Bhagat Puran Singh is a household word in North India. His Pingalwara (literally a home of the cripple) is a nucleus of a great humanitarian movement. It is a temple of God where Bhagat Puran Singh can be seen as the presiding deity the saviour the redeemer the deliverer of the diseased the destitute the dispossessed and the crippled-a messiah whose heart bleeds to see the sick the suffering humanity.

Bom as Ramj Dass in May 1904 in a Hindu (Sanatani) family of village Rajewal in Ludhiana district he could not finish his high school studies due to paucity of funds. A staunch Hindu in early life he would keep three fasts in a week and recite Hindu scriptures. In order to satiate his spiritual hunger he went to Khazanchian temple at Ludhiana and washed Thakurs (the Hindu idols). Frustrated with the callous attitude of the Pandits who deprived him of food while themselves enjoying sumptuous meals he left for his village on the way he was offered food and shelter by two Sikhs. Touched by the traditional Sikh hospitality he went to nearby Reru Sahib Gurdwara. It was here that he got food not only for his body but for his soul too.

He always remembered the words of Bhagat Bhagwan Dass of Khanna who had studied many Indian scriptures that it was only Guru Granth Sahib which unraveled the final Truth Bhagatji found solace and inspiration in the teachings of Guru Granth Sahib. It was out of his convictions and practical experience that he embraced Sikhism.

This realization about the teachings of Sikh Gurus brought a turning point in his life. He wanted to serve the humanity in a unique way. The first manifestation of his dedication to this noble cause came when he started serving water to the thirsty passengers at Khanna Railway station.

In 1923 Bhagatji went to Lahore and started serving at Gurudwara Shahid Ganj and Dehra Sahib. He took a vow of celibacy dedicating his life to the service of suffering humanity.

Since that time Bhagatji has been indefatigably carrying on his altruistic activities day and night in scorching heat and biting cold in rains and dust storms undeterred by adversities undaunted by ridicule and criticism and unruffled by the obstacles He has always been a friend of the forlorn helper of the helpless a ready nurse for patients of any disease howsoever loathsome and infectious.

His crusading spirit and missionary zeal made no distinction of caste creed and community.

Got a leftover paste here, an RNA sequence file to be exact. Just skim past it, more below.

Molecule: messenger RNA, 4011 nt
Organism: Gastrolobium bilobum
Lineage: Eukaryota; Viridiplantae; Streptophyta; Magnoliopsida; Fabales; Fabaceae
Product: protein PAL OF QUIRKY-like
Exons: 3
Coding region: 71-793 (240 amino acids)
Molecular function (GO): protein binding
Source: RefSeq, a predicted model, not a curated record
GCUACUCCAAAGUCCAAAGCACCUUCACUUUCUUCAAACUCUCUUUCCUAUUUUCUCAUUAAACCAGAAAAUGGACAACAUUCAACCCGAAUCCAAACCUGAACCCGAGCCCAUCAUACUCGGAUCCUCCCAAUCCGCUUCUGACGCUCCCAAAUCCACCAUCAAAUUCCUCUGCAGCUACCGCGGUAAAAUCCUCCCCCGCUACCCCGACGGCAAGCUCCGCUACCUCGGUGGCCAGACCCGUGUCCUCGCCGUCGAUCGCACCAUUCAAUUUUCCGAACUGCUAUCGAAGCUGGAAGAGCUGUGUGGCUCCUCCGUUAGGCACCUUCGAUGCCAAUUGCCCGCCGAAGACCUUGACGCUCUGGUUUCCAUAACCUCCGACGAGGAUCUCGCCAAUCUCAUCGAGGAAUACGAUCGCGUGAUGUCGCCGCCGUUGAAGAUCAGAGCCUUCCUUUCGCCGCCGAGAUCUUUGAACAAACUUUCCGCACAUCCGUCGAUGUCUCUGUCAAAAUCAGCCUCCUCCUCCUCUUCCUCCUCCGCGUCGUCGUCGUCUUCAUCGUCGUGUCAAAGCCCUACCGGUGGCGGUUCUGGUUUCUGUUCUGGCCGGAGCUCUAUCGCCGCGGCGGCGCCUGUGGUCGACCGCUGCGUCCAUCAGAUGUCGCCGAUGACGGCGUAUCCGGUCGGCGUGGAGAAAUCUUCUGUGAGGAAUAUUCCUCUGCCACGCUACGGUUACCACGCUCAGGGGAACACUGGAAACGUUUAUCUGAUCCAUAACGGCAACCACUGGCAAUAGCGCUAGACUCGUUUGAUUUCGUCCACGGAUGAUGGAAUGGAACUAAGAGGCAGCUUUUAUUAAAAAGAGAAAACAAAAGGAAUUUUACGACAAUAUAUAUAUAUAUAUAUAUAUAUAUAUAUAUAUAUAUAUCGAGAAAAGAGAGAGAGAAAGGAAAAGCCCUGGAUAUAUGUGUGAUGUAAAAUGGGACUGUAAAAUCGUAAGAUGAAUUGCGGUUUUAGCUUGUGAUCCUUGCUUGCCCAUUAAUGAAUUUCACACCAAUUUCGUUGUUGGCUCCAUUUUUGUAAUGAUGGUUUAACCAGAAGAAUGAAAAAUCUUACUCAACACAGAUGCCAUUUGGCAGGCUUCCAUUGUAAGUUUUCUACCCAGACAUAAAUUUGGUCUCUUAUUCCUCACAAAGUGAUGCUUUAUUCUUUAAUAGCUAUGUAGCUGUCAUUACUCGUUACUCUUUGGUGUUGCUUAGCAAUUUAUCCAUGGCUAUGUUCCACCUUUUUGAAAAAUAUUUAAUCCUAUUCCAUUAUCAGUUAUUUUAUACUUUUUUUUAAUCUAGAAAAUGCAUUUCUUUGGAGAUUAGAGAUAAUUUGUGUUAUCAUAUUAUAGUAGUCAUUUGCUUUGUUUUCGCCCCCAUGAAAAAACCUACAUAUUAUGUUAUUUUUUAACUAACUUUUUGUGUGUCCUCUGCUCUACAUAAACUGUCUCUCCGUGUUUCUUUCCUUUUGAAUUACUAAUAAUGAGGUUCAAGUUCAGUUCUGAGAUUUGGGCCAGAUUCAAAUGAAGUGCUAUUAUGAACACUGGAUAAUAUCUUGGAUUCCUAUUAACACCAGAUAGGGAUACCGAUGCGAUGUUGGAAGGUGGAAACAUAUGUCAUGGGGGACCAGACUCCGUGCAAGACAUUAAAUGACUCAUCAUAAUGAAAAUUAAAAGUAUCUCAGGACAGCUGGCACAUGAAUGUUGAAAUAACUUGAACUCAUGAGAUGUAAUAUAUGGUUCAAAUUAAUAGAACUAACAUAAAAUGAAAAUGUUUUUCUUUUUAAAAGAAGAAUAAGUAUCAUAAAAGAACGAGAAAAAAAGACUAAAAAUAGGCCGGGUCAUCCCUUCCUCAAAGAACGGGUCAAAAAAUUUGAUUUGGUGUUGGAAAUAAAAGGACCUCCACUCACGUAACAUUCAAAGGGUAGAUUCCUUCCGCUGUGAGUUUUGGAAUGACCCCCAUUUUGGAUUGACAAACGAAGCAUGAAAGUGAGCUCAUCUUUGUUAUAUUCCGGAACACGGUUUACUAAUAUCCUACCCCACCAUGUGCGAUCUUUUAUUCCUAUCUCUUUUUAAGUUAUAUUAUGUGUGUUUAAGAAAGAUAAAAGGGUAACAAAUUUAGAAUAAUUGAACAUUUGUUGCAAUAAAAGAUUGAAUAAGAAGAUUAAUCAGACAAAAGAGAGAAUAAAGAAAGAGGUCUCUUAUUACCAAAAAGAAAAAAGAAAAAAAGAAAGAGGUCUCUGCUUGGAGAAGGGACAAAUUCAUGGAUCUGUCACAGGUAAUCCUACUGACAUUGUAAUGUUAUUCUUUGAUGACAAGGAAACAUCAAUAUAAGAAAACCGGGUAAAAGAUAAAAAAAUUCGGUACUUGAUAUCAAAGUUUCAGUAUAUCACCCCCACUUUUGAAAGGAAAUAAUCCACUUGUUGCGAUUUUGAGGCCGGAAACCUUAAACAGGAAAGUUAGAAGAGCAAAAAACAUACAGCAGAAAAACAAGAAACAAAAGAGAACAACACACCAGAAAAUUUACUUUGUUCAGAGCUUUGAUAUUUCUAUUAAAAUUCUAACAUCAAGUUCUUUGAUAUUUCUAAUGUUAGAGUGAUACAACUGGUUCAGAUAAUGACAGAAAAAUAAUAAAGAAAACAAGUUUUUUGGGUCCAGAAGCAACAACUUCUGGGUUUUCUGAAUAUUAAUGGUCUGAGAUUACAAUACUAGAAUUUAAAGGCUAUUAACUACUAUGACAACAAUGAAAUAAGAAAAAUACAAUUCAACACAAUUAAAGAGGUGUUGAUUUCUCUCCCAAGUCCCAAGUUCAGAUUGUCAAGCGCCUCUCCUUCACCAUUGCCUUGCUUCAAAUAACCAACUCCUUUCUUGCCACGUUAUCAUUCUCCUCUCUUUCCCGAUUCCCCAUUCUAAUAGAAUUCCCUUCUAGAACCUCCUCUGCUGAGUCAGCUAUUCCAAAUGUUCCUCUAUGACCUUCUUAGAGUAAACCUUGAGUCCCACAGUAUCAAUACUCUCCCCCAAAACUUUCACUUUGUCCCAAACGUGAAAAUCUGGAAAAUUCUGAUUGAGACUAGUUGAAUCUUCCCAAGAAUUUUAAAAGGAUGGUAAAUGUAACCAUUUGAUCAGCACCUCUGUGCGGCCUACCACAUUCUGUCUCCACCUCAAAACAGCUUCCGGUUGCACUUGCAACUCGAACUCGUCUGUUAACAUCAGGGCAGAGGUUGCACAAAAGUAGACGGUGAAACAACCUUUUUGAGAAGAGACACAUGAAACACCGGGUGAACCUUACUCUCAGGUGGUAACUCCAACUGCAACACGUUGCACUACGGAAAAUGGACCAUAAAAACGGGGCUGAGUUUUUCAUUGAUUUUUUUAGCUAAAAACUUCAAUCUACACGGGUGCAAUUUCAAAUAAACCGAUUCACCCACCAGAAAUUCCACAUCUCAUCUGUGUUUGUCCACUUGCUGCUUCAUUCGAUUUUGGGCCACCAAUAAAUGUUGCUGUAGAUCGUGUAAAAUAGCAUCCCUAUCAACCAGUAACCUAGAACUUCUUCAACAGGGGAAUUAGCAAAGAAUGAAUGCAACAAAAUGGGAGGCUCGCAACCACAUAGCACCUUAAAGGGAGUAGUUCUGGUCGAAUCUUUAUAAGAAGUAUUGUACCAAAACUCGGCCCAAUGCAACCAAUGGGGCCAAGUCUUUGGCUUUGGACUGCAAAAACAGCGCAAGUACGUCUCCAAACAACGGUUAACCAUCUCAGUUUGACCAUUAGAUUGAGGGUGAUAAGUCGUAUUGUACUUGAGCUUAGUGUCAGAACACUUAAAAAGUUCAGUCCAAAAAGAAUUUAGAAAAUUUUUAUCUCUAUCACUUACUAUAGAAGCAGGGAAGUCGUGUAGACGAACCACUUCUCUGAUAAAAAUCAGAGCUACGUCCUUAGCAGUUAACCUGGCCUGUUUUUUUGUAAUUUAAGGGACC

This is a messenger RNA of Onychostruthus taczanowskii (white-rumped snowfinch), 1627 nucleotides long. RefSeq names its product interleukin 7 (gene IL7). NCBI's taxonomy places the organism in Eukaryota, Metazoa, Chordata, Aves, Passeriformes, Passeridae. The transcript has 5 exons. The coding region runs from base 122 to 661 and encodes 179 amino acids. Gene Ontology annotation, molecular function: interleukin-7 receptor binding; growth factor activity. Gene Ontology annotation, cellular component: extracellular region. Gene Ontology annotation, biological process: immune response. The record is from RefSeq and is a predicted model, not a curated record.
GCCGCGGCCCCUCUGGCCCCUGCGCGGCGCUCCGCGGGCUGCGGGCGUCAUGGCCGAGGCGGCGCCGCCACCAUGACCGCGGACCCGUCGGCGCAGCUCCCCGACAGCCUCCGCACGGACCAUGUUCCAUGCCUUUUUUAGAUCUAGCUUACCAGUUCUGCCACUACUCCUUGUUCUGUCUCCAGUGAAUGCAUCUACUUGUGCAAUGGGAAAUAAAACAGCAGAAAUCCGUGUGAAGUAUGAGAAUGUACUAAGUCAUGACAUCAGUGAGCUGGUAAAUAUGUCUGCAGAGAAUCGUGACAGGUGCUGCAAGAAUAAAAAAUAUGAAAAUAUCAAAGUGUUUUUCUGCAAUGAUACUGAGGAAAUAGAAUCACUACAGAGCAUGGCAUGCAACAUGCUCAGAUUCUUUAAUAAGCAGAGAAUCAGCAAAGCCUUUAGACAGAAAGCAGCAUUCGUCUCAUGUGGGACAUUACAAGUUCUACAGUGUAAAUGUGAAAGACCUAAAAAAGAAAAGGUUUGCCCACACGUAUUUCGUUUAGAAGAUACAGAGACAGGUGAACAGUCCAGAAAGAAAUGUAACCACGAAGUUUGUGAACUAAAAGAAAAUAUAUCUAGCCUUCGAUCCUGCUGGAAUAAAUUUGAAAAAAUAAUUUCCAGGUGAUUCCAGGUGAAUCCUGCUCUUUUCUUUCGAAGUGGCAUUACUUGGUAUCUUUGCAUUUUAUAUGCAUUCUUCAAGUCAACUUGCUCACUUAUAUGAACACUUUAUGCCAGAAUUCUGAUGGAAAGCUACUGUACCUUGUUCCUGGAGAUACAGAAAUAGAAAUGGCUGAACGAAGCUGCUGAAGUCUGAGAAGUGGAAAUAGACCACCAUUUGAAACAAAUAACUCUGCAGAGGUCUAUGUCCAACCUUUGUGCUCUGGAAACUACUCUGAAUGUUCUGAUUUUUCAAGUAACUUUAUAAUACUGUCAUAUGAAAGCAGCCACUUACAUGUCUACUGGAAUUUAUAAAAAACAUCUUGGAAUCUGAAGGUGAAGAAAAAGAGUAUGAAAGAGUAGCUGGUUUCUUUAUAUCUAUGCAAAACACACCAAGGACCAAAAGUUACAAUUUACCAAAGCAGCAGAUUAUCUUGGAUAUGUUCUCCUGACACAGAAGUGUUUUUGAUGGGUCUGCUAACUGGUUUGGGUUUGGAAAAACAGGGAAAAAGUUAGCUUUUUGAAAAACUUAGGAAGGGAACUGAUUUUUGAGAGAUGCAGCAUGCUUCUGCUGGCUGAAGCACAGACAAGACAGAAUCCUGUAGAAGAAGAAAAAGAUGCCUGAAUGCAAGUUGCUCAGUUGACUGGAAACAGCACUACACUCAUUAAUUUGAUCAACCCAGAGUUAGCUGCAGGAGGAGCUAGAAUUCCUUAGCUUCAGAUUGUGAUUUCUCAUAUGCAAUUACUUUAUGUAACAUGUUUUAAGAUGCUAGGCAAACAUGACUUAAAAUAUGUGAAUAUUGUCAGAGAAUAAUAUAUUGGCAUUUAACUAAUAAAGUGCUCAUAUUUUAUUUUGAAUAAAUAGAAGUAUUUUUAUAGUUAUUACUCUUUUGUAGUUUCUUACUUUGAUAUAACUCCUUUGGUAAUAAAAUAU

In 1934 he came across a four year old crippled child who was left outside the Gurudwara. He nursed him like his own son and carried him on his back for 14 years. He has been since then mothering him with the tender care and fondness of a parent. By carrying the cripple boy on his back he exposed himself to the ridicule of the people.

In 1947 he came to India with the crippled Piara Singh on his back. He stayed at the refugee camp in Khalsa College Amritsar. Where he started serving the sick camp inmates He moved to the city Railway Station where seven cripples joined him. He would do everything possible for these cripples. Forced to leave the Railway Station he shifted to an open air place under banyan tree where his family rose to 13. Even that place he had to vacate.

It was in 1958 that a piece of evacuee land was allotted where he set up the Pingalwara. Today the Pingalwara has in addition to its Headquarters 3 more sites and covers total area of four acres. The government grant is less than 0.5% of the total annual budget which comes approximately to 9800000 rupees. The annual grant by Shiromani Gurudwara Parbandhak Committee is 1.26% of the annual budget. In other words the Pingalwara is run purely with the money donated by people out of whom 90% are Sikhs. The Pingalwara houses 202 female and 175 male patients. Patients are sent to Guru Nanak Hospital and mental hospital for diagnosis and treatment. In addition to nursing the sick and the suffering almost all unclaimed dead bodies found in Amritsar are cremated by the Pingalwara.

‘There are sixteen printing machines in Pingalwara where thoughts of Bhagatji and of other social thinker’s reformist’s great men are printed in small tracts. Bhagatji’s topics of interest have very wide range-care of children nuclear warfare dowry harassment of women drugs destruction of forests family planning unemployment the care of animals just to name a few.

Pingalwara is a medico-social institution. It is a social laboratory wherein the solution of many a social problem is not only discovered but it is also broadcast with an effective and original method of publicity.

The visit to Pingalwara is no less than a pilgrimage and the sight of this 87 years old servant of God striving relentlessly to lessen the woes of others is no less than that of the Guardian Angel.

A Man of Convictions

Bhagatji is very firm in his convictions. He protested against the storming of the Golden Temple by the Indian army by returning the prestigious Padmashri Award saying that the invasion was Indira Gandhi’s calculated move to wipe the Sikhs off this earth.

His only wish is that others could also ‘partake of the ecstasies of life which I am enjoying in abundance in my life of dedication to the service of all living creatures’.

Bhagatji was honored with the Bhai Kanhaiya Award by the PHRO at a symposium on “Defence of human Rights in the Sikh Faith “at the PAU Ludhiana campus on April 6, 1991

Article extracted from this publication >>